Friday, October 12, 2012



BY OCTOBER 15, 2012

Ben Affleck stars in and directs a film set during the Iran hostage crisis. Illustration by Concepci
Ben Affleck stars in and directs a film set during the Iran hostage crisis. Illustration by Concepción Studios.
The new Ben Affleck movie, “Argo,” begins in November, 1979, with the storming of the American Embassy in Tehran. A crowd breaks into the compound, taking more than fifty Americans hostage. Six escape through the back of the building and take refuge in the residence of the Canadian Ambassador. How can they be spirited out of the country, or, as the jargon puts it, exfiltrated? Back in Washington, the task falls to a C.I.A. staffer named Tony Mendez (played by Affleck), from the Office of Technical Services. Various plans have been mooted, the most credible being that the hostages could make it to the border, hundreds of miles away, on bikes. Mendez, however, has an even better idea. Well, not a better one, but a more ridiculous one: how about making a movie?
Enter John Chambers (John Goodman), a prosthetics guru whose work on simian features, for “Planet of the Apes,” earned him an Academy Award, in 1969, and whose talents the Agency has called on in the past. Mendez goes to Hollywood and asks Chambers to devise a nonexistent film: find a script that requires a Middle Eastern setting, and build up a simulacrum of a genuine production. Posters, storyboards, costumes, read-throughs, buzz in the trade papers: everything will help. Mendez, posing as an associate producer, will fly to Iran, issue false identities to the six Americans, claim that they are scouting locations for a Canadian science-fiction movie, and then fly them out.
Four things should be said about this pipe dream. One, it went ahead; two, it worked; three, it wasn’t declassified until 1997; and four, it makes for a good movie, and further proof that we were wrong about Ben Affleck. Few of us, watching “Armageddon” and “Pearl Harbor,” could see a way out, or back, for an actor so utterly at the mercy of his own jawline. Did he flinch at a future composed of all-American strivers, each more earnest than the last, or had he always been nipped by the directing bug? Whatever the case, Affleck was suddenly there with “Gone Baby Gone” (2007), which was more roughened by energies and doubts than all his performances combined. He took the precaution of recruiting actors more formidable than himself—Morgan Freeman and Ed Harris—to boost his endeavors, and that habit remains. “Argo” has Victor Garber as the Canadian Ambassador, Bryan Cranston as Mendez’s superior, and, most enjoyable of all, Alan Arkin as Lester Siegel, a producer so scornfully amused by Mendez’s request that he has no option but to obey it. He does have one proviso. “If I’m doing a fake movie, it’s going to be a fake hit,” he says.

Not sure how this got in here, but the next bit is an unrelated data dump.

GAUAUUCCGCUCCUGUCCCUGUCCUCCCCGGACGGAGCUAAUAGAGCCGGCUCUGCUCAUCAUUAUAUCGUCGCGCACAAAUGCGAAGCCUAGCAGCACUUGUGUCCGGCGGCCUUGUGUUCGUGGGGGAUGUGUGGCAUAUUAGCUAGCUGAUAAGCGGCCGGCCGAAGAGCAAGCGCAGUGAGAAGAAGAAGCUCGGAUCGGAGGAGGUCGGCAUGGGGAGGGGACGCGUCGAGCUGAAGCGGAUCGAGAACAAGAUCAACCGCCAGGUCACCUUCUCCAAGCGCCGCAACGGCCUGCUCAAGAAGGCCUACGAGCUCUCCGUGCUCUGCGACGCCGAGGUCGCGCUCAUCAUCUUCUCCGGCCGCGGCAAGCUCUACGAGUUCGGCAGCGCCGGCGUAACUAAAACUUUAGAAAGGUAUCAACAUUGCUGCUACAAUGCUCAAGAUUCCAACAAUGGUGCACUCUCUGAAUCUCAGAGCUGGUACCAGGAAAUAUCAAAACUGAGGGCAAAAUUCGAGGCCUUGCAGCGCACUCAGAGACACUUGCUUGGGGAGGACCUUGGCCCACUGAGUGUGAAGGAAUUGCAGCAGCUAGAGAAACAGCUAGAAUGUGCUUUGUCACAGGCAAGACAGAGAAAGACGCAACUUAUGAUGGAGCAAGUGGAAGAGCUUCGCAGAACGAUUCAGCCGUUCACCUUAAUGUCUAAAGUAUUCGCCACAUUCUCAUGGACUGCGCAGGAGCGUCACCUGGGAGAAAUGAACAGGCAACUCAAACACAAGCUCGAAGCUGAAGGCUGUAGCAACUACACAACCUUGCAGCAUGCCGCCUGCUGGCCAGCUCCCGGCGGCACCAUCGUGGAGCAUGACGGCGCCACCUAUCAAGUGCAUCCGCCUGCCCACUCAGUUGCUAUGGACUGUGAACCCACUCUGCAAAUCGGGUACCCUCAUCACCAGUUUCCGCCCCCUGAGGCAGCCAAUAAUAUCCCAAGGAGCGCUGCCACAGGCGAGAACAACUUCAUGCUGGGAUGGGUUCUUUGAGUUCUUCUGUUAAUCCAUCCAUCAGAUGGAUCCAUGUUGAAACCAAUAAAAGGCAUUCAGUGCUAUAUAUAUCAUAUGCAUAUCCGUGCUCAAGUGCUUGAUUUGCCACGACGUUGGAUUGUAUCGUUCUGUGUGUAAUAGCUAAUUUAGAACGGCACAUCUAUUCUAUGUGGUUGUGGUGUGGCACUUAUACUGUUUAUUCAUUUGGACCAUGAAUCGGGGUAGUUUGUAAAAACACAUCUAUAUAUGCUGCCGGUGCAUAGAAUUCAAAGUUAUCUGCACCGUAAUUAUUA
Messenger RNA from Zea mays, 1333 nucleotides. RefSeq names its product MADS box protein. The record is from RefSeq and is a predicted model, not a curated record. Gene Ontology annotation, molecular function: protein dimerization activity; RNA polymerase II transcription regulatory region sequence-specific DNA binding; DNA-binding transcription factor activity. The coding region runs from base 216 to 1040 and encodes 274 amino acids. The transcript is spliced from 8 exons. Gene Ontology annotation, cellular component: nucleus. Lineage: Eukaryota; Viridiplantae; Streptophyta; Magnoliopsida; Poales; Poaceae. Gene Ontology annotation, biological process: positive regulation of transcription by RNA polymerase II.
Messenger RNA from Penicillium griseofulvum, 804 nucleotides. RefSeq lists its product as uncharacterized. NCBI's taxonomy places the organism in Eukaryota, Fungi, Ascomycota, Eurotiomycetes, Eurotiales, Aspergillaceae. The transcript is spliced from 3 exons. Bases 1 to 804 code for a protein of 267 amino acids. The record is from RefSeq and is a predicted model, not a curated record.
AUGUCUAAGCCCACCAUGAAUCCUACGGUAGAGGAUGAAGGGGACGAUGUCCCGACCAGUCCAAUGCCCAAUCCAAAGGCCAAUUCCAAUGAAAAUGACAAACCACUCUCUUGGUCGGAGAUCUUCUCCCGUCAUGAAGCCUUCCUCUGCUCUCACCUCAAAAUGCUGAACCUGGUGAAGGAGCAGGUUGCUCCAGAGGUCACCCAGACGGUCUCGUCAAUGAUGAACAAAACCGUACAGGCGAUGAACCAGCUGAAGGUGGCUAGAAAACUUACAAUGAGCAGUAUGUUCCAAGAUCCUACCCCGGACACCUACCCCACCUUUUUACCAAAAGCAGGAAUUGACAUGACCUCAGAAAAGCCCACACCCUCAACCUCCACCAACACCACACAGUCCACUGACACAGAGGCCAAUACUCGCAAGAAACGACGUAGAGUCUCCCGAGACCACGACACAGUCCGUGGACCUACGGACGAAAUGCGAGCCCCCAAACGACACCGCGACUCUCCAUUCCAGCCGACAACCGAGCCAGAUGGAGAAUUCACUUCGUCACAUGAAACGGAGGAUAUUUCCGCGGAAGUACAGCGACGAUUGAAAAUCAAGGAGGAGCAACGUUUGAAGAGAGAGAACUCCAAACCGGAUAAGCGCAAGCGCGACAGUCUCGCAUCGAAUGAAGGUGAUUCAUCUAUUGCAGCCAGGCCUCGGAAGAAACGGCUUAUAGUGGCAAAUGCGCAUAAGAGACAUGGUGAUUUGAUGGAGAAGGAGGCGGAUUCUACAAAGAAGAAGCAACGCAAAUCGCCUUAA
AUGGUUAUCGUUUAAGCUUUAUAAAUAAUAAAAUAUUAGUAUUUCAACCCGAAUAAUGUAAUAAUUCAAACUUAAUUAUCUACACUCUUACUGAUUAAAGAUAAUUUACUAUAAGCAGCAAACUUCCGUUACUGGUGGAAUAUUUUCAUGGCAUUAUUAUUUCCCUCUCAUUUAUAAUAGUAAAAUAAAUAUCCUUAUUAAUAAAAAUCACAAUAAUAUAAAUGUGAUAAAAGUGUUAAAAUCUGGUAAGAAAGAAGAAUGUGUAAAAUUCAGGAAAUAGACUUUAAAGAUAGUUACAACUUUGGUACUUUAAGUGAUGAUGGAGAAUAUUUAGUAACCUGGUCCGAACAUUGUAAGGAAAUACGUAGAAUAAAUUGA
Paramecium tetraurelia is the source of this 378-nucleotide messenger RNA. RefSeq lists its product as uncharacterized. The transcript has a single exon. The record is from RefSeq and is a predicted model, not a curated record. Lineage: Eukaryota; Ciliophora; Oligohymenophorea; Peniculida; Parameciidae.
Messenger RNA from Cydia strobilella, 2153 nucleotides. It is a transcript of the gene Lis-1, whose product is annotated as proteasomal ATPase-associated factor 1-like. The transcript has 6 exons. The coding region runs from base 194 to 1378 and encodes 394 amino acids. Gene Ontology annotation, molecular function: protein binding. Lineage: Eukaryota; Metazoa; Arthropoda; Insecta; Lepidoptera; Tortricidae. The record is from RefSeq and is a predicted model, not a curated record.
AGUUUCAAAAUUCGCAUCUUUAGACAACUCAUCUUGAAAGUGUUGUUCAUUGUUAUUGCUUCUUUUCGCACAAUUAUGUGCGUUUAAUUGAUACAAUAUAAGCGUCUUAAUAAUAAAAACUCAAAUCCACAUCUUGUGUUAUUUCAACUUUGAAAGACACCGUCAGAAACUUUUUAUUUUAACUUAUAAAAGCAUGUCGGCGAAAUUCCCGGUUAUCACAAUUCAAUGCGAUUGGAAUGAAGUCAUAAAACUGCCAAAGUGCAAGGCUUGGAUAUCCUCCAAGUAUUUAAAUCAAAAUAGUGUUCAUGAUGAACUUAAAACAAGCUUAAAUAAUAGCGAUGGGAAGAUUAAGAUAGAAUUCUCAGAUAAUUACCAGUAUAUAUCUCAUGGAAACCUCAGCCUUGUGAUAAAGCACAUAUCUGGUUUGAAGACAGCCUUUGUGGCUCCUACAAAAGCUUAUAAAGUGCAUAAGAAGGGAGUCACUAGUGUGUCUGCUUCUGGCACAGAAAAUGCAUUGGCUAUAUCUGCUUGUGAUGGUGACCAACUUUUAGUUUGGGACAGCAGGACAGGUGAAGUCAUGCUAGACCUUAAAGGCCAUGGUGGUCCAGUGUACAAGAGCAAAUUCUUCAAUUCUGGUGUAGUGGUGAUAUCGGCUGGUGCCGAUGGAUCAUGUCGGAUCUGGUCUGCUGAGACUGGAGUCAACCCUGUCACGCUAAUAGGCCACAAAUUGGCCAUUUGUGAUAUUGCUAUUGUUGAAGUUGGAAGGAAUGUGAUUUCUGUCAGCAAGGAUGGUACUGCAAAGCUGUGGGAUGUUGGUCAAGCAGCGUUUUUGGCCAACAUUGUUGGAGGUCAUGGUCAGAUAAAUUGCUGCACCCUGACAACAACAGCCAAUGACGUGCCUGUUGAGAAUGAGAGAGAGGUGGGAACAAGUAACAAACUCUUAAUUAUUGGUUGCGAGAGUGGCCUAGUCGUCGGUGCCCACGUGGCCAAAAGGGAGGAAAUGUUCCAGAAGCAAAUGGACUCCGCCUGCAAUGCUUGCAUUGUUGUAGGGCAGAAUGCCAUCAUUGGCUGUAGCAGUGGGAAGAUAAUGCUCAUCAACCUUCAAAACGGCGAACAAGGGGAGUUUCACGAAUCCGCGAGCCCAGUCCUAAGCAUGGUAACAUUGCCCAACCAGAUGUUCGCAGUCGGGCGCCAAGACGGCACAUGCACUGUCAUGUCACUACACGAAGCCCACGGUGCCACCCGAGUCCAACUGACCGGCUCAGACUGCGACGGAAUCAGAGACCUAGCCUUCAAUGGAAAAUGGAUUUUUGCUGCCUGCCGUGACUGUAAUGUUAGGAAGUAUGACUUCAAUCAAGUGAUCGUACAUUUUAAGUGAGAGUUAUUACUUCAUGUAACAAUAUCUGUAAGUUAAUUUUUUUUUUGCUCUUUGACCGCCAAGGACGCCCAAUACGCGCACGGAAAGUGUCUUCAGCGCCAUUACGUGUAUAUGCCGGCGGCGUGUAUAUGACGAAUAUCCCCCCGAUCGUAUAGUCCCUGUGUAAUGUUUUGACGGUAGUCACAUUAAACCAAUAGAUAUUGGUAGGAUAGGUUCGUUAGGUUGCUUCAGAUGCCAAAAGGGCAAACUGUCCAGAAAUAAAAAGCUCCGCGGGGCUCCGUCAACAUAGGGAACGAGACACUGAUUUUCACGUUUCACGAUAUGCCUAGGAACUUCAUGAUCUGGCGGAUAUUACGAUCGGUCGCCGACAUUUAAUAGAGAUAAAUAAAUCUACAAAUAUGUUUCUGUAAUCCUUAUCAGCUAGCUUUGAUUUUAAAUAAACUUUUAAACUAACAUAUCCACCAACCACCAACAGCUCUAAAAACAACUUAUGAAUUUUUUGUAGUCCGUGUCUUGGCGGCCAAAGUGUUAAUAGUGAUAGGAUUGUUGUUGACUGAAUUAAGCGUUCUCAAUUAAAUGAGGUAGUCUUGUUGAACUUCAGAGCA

The fake they decide upon is entitled “Argo,” made by a bogus company called Studio Six, and lovingly described by Chambers as “a twenty-million-dollar ‘Star Wars’ ripoff.” I can’t be the only person who ardently wishes that he and Siegel had gone ahead and shot it. Affleck has a lot of fun, perhaps an ounce too much, with the daftness of the film industry; when Mendez, thinking ahead to the hostages’ cover stories, asks whether you can be taught to direct movies in a day, Chambers replies, “You can teach a rhesus monkey to be a director in a day.” No one is more skilled than Goodman, with his faintly bullying geniality, at dishing up lines like that, but must we buy his character’s implication that Hollywood is just another planet of the apes? Is it good for mendacity, and nothing else?
This matters because “Argo” is, in part, a battle of the textures. When it comes to period detail, Affleck seems to take his cue from Mendez, who worked for the Graphics and Authentication Division of the O.T.S.; just look at the typography of the opening credits, with its bulbous seventies curves. Affleck’s beard and hair style suggest someone who moonlighted from the intelligence services to pose for “The Joy of Sex,” and, as you study the fashions of the era, you have to ask whether the Ayatollah’s fury was provoked by U.S. support for the Shah or, more simply, by the width of Western shirt collars. Everything about the Tehran sequences, in fact, is a rebuke to style. The camera work is anxious and twitching, with a grainy surface to match. Here, we gather, is the real thing: life hemming us in, like a mob.
Then comes the climax. If you visit the C.I.A. Web site, you can read Mendez’s account of events in January, 1980. “As smooth as silk,” he calls the hostages’ passage through the airport, whereas Affleck, chopping up the action and spinning it out, insures that no nails remain unchewed. This is absolutely his right as a teller of tales, and “Argo” never claims to be a documentary. It struck me as a bit rich, however, to make such sport of Hollywood deceitfulness and then to round off your movie with an expert helping of white lies, piling on car chases that never occurred. As for the aftermath, it goes on forever. We get hurrahs for Canadian-American relations; a shot of Mendez hugging his wife, from whom he has been estranged, with the Stars and Stripes fluttering behind; images of the actual hostages, presumably for any skeptics who still find the film implausible; and, finally, a voice-over from Jimmy Carter, lauding the efforts of those involved. All this is, frankly, uncool—a pity, because the rest of “Argo” feels clever, taut, and restrained. Why not close with the perfect coda that Mendez himself supplied? “By the time Studio Six folded several weeks after the rescue, we had received twenty-six scripts,” he wrote. “One was from Steven Spielberg.”

No comments:

Post a Comment